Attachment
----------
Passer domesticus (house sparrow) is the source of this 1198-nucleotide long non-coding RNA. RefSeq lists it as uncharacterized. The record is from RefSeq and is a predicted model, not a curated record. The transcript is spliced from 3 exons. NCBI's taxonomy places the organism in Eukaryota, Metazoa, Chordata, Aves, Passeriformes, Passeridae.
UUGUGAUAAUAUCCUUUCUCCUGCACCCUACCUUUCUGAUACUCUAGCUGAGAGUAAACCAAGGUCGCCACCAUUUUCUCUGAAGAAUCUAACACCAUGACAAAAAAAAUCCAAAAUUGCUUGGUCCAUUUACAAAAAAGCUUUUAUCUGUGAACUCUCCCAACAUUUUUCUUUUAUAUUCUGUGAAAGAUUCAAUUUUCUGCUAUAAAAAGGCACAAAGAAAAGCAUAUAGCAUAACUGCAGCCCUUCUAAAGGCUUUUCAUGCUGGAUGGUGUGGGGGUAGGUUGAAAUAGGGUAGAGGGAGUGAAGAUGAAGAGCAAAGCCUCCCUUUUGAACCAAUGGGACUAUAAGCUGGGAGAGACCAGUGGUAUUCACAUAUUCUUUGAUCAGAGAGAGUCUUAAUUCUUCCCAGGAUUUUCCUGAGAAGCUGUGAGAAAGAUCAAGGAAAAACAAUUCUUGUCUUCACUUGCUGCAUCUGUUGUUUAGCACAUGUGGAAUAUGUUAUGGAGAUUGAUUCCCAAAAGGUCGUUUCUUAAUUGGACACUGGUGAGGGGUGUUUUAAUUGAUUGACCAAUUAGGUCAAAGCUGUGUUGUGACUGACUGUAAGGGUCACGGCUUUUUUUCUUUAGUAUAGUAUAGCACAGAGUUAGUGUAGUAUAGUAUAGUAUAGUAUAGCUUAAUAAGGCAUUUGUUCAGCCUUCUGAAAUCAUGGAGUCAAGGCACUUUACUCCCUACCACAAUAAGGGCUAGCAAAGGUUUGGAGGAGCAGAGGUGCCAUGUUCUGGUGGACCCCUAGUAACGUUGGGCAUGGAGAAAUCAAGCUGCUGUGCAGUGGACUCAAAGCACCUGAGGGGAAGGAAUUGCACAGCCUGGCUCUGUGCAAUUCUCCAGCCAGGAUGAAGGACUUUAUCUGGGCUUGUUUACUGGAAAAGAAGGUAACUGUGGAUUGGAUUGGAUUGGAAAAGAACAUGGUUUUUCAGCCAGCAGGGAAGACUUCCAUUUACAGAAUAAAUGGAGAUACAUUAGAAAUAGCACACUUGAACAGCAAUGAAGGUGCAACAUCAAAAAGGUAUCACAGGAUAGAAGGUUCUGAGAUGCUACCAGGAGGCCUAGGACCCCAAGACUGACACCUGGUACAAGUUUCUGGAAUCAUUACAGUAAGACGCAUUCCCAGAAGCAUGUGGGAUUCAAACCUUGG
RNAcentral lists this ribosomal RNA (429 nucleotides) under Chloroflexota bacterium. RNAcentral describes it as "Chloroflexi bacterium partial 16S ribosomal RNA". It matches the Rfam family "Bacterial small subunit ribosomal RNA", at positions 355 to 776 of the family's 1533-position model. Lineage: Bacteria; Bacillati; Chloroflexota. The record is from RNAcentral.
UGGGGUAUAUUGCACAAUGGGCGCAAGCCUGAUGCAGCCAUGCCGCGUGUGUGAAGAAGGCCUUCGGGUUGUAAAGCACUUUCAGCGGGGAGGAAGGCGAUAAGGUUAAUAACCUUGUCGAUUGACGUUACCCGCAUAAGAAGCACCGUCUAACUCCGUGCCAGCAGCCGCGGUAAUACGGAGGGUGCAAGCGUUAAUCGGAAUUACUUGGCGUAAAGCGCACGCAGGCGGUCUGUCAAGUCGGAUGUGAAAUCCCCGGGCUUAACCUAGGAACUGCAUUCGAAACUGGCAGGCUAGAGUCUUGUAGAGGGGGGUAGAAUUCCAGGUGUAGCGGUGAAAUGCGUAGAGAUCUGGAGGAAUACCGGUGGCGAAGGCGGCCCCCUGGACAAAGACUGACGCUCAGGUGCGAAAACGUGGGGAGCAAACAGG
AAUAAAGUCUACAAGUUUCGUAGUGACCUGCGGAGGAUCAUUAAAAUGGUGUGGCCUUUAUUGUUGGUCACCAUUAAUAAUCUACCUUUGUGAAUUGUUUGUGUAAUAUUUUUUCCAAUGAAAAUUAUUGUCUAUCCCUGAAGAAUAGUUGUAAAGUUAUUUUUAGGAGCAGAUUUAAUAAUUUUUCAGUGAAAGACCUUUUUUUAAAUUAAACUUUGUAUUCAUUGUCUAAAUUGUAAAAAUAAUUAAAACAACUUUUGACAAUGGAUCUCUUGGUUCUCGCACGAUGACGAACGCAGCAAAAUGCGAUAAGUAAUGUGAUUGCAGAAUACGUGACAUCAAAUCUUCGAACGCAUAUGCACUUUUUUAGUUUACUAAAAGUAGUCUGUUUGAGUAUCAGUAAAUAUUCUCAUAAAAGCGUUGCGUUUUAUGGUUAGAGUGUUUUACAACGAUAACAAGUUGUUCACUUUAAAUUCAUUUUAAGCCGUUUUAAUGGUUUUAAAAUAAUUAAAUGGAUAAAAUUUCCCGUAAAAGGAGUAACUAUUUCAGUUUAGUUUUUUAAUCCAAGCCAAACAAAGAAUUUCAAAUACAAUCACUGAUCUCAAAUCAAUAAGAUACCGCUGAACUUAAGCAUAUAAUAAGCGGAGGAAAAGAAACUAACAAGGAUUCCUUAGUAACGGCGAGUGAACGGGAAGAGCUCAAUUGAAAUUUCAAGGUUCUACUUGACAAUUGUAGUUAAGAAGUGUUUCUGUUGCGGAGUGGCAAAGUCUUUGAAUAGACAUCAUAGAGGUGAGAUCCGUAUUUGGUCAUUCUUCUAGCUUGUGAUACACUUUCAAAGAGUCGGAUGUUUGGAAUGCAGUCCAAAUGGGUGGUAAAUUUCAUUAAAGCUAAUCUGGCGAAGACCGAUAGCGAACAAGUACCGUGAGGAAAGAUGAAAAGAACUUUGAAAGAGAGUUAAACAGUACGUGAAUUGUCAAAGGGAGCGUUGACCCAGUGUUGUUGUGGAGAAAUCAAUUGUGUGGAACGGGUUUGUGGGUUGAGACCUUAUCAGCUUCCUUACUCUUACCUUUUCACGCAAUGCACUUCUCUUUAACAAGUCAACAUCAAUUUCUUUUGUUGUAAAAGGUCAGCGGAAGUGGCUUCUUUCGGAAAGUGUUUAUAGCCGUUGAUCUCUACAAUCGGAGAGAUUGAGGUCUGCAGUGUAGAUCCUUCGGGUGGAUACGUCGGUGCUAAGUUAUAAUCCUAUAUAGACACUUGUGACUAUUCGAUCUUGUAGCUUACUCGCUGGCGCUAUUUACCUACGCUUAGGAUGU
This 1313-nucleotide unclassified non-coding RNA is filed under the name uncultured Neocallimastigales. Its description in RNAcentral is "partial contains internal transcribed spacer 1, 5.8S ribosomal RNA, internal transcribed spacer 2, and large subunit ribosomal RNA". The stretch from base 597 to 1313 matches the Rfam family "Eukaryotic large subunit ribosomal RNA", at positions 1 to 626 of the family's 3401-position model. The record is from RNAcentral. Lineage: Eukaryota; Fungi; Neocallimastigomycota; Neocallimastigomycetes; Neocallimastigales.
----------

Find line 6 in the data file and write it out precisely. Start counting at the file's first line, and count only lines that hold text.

This 1313-nucleotide unclassified non-coding RNA is filed under the name uncultured Neocallimastigales. Its description in RNAcentral is "partial contains internal transcribed spacer 1, 5.8S ribosomal RNA, internal transcribed spacer 2, and large subunit ribosomal RNA". The stretch from base 597 to 1313 matches the Rfam family "Eukaryotic large subunit ribosomal RNA", at positions 1 to 626 of the family's 3401-position model. The record is from RNAcentral. Lineage: Eukaryota; Fungi; Neocallimastigomycota; Neocallimastigomycetes; Neocallimastigales.